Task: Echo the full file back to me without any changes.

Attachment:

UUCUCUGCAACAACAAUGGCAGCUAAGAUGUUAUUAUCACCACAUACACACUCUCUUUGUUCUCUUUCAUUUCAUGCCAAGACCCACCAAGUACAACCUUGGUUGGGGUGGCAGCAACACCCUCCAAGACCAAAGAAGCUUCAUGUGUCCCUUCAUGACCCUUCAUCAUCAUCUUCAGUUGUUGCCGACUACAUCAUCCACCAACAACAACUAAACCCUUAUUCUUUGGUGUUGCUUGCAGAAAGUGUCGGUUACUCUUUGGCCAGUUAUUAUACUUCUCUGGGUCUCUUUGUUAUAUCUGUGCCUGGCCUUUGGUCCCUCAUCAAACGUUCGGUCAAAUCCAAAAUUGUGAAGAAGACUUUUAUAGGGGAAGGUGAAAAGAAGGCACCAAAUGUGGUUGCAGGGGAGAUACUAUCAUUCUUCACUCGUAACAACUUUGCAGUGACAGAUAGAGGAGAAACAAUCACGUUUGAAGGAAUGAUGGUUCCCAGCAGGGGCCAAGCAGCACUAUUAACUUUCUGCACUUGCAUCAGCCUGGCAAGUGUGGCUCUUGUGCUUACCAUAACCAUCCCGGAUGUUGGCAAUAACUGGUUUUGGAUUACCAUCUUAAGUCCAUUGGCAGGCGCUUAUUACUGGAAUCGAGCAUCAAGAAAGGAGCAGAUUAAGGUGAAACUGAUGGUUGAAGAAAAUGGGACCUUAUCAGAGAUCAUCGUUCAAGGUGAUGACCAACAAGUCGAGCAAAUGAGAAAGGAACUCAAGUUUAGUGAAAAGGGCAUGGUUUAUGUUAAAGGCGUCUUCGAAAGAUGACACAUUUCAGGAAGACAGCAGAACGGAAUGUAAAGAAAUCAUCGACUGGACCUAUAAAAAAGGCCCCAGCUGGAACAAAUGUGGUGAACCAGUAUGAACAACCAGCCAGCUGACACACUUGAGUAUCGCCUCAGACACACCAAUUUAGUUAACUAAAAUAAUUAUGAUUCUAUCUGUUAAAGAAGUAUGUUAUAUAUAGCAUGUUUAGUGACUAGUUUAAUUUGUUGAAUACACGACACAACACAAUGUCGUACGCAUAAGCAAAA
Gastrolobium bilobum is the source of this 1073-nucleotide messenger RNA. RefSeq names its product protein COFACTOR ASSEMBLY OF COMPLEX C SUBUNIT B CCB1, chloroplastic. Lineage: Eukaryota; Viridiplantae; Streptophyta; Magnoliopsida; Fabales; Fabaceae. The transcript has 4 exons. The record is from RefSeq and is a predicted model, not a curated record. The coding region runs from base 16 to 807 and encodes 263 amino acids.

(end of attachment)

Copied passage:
UUCUCUGCAACAACAAUGGCAGCUAAGAUGUUAUUAUCACCACAUACACACUCUCUUUGUUCUCUUUCAUUUCAUGCCAAGACCCACCAAGUACAACCUUGGUUGGGGUGGCAGCAACACCCUCCAAGACCAAAGAAGCUUCAUGUGUCCCUUCAUGACCCUUCAUCAUCAUCUUCAGUUGUUGCCGACUACAUCAUCCACCAACAACAACUAAACCCUUAUUCUUUGGUGUUGCUUGCAGAAAGUGUCGGUUACUCUUUGGCCAGUUAUUAUACUUCUCUGGGUCUCUUUGUUAUAUCUGUGCCUGGCCUUUGGUCCCUCAUCAAACGUUCGGUCAAAUCCAAAAUUGUGAAGAAGACUUUUAUAGGGGAAGGUGAAAAGAAGGCACCAAAUGUGGUUGCAGGGGAGAUACUAUCAUUCUUCACUCGUAACAACUUUGCAGUGACAGAUAGAGGAGAAACAAUCACGUUUGAAGGAAUGAUGGUUCCCAGCAGGGGCCAAGCAGCACUAUUAACUUUCUGCACUUGCAUCAGCCUGGCAAGUGUGGCUCUUGUGCUUACCAUAACCAUCCCGGAUGUUGGCAAUAACUGGUUUUGGAUUACCAUCUUAAGUCCAUUGGCAGGCGCUUAUUACUGGAAUCGAGCAUCAAGAAAGGAGCAGAUUAAGGUGAAACUGAUGGUUGAAGAAAAUGGGACCUUAUCAGAGAUCAUCGUUCAAGGUGAUGACCAACAAGUCGAGCAAAUGAGAAAGGAACUCAAGUUUAGUGAAAAGGGCAUGGUUUAUGUUAAAGGCGUCUUCGAAAGAUGACACAUUUCAGGAAGACAGCAGAACGGAAUGUAAAGAAAUCAUCGACUGGACCUAUAAAAAAGGCCCCAGCUGGAACAAAUGUGGUGAACCAGUAUGAACAACCAGCCAGCUGACACACUUGAGUAUCGCCUCAGACACACCAAUUUAGUUAACUAAAAUAAUUAUGAUUCUAUCUGUUAAAGAAGUAUGUUAUAUAUAGCAUGUUUAGUGACUAGUUUAAUUUGUUGAAUACACGACACAACACAAUGUCGUACGCAUAAGCAAAA
Gastrolobium bilobum is the source of this 1073-nucleotide messenger RNA. RefSeq names its product protein COFACTOR ASSEMBLY OF COMPLEX C SUBUNIT B CCB1, chloroplastic. Lineage: Eukaryota; Viridiplantae; Streptophyta; Magnoliopsida; Fabales; Fabaceae. The transcript has 4 exons. The record is from RefSeq and is a predicted model, not a curated record. The coding region runs from base 16 to 807 and encodes 263 amino acids.